In north-east Italy, 300m from Slovenia, you’ll find the town of Oslavia, and Saša Radikon, who is tasked with continuing the work of an exceptional wine family. That the Radikon reputation is so revered is thanks to the work of the intrepid Stanislao (Stanko) Radikon. Stanko was obsessive about producing pleasurable, natural wine, aiming for the “maximum expression of nature” at all times.
The Radikon land was originally planted with indigenous Ribolla Gialla grape by Stanko’s grandfather, Franz Mikulus, shortly after World War 2, and was joined by Merlot, Friulano, and Pinot Grigio thanks to Stanko’s parents, who took over the domaine. Stanko began bottling in 1979, but it took time to achieve the heights he is so fondly remembered for. He started with commercial winemaking, but, not so thrilled with the results, decided to go backwards. Stanko wanted to make wine like his grandfather- unburdened by modern commercial winemaking tools and techniques.
Stanko is a risk-tasker and a man of character. Radikon lost a lot of customers thanks to what was seen as pretty radical winemaking, but he was steadfast in his plans, and the principles of his goals are hard to argue with. If pesticides were on the skins, how could the juice be properly macerated? Stanko wanted purity, wine of a time before chemicals and technology that took him farther from his ancestor’s winemaking. Wine should express culture, place, people, history- you begin to fuss with it too much, and you start losing the details.
Skin-contact and stability stand out with Radikon wine. Stanko experimented with a variety of skin-maceration time, settling on 3 months of skin maceration and 6 years of aging in the cellar. Stanko’s grandfather wanted to make wine that lasted a long time, and extended skin contact helped him achieve that. On top of that, he slimmed down the neck of his bottles and constructed a new cork, allowing as little air as possible to get through, and constructed the prototype bottle himself. What most find surprising about the stability and ageability of Radikon’s wines is the complete lack of sulfur- he stopped adding any at all in 2002. You can thank the extended skin contact for the preservation that allows them to forego sulfur. To take it even one step further, Stanko insisted on 500mL and 1L bottle sizes- you share two 500’s with dinner, or a one liter bottle.
Stanko Radikon seems almost like a mythical figure- so in tune with winemaking of the past, producing wine of exceptional craftsmanship and stability, nailing a style that is now as trendy as can be, yet controversial when he jumped in, and gone well before his time. After producing 36 vintages, he passed away at age 62 in 2016. Saša leads the way for Radikon since, and he’s as much a star as his father. He’s been deeply involved since childhood- he grew up among the vines, learning more in the cellar than he did studying oenology. Saša is a skilled winemaker with his own voice, reflected in the recent vintages of “S” wines from Radikon- shorter maceration, at 10-14 days, and just one year of aging in the cellar. Saša emphasizes work in the vines as the most important part of the Radikon operation. Without taking good care of your grapes, you can’t produce excellent wine. All vineyard work is done manually without herbicides or pesticides, and the vines are carefully pruned to produce low yields of perfect fruit.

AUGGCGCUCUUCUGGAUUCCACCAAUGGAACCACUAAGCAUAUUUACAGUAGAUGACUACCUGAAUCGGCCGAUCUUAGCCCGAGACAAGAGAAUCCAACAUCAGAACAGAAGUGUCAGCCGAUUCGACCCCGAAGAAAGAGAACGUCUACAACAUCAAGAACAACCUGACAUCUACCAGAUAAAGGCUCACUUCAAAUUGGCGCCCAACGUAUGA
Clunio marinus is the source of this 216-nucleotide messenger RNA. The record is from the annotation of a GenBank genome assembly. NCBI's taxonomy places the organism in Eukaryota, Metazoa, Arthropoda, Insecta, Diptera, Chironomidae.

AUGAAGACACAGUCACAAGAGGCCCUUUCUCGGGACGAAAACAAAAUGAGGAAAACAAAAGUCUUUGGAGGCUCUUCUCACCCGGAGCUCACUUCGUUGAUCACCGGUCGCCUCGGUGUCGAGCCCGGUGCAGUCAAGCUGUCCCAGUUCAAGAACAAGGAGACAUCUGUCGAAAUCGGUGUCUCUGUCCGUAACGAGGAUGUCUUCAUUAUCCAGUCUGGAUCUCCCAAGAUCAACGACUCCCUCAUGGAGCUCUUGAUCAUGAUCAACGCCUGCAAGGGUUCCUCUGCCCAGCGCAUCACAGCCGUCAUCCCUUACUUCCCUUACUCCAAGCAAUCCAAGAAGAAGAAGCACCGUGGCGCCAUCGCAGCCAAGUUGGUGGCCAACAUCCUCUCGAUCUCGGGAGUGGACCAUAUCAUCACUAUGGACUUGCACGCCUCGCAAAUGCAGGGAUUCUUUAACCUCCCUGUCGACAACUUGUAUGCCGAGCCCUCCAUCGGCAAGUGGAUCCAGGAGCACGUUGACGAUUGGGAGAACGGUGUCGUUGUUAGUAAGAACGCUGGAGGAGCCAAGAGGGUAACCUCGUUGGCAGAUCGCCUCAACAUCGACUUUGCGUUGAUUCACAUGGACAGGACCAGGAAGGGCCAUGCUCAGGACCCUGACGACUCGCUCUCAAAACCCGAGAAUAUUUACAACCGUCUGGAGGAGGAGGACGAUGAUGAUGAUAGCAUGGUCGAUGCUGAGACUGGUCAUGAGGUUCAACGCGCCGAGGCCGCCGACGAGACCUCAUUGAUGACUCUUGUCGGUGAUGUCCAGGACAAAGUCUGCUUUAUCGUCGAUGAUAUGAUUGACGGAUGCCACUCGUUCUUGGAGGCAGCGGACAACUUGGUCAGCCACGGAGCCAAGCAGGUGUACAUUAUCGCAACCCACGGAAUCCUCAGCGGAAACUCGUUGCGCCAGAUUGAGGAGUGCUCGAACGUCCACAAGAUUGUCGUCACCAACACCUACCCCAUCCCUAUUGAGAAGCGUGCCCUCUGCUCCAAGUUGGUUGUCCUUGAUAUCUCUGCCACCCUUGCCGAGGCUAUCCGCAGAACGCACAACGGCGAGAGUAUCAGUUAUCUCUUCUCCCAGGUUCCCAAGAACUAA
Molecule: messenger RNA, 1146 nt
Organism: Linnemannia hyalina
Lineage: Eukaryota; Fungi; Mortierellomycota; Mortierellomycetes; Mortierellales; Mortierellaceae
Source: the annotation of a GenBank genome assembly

100% Tocai Friulano. All of Radikon’s whites are made in the same way: the organically farmed, stunningly low-yield, hand-harvested fruit is destemmed and gently crushed with a pneumatic press. It is placed in old Slavonian oak vats and fermented with native yeasts. It macerates with the skins for around 3 months—however long it takes to reach total dryness–with no temperature control and no sulfur. The wine is racked and aged on its lees in huge Slavonian oak casks (25-35-hectoliter) for 3-4 years, racked twice a year. The wine is then bottled without sulfur and without filtration. The bottles are aged for several years before release. “Jakot” is a thumbing of the nose at the EU—a reversal of “Tokaj”—since the use of the word Tokai/Tokaj was banned for the grape except in Hungary.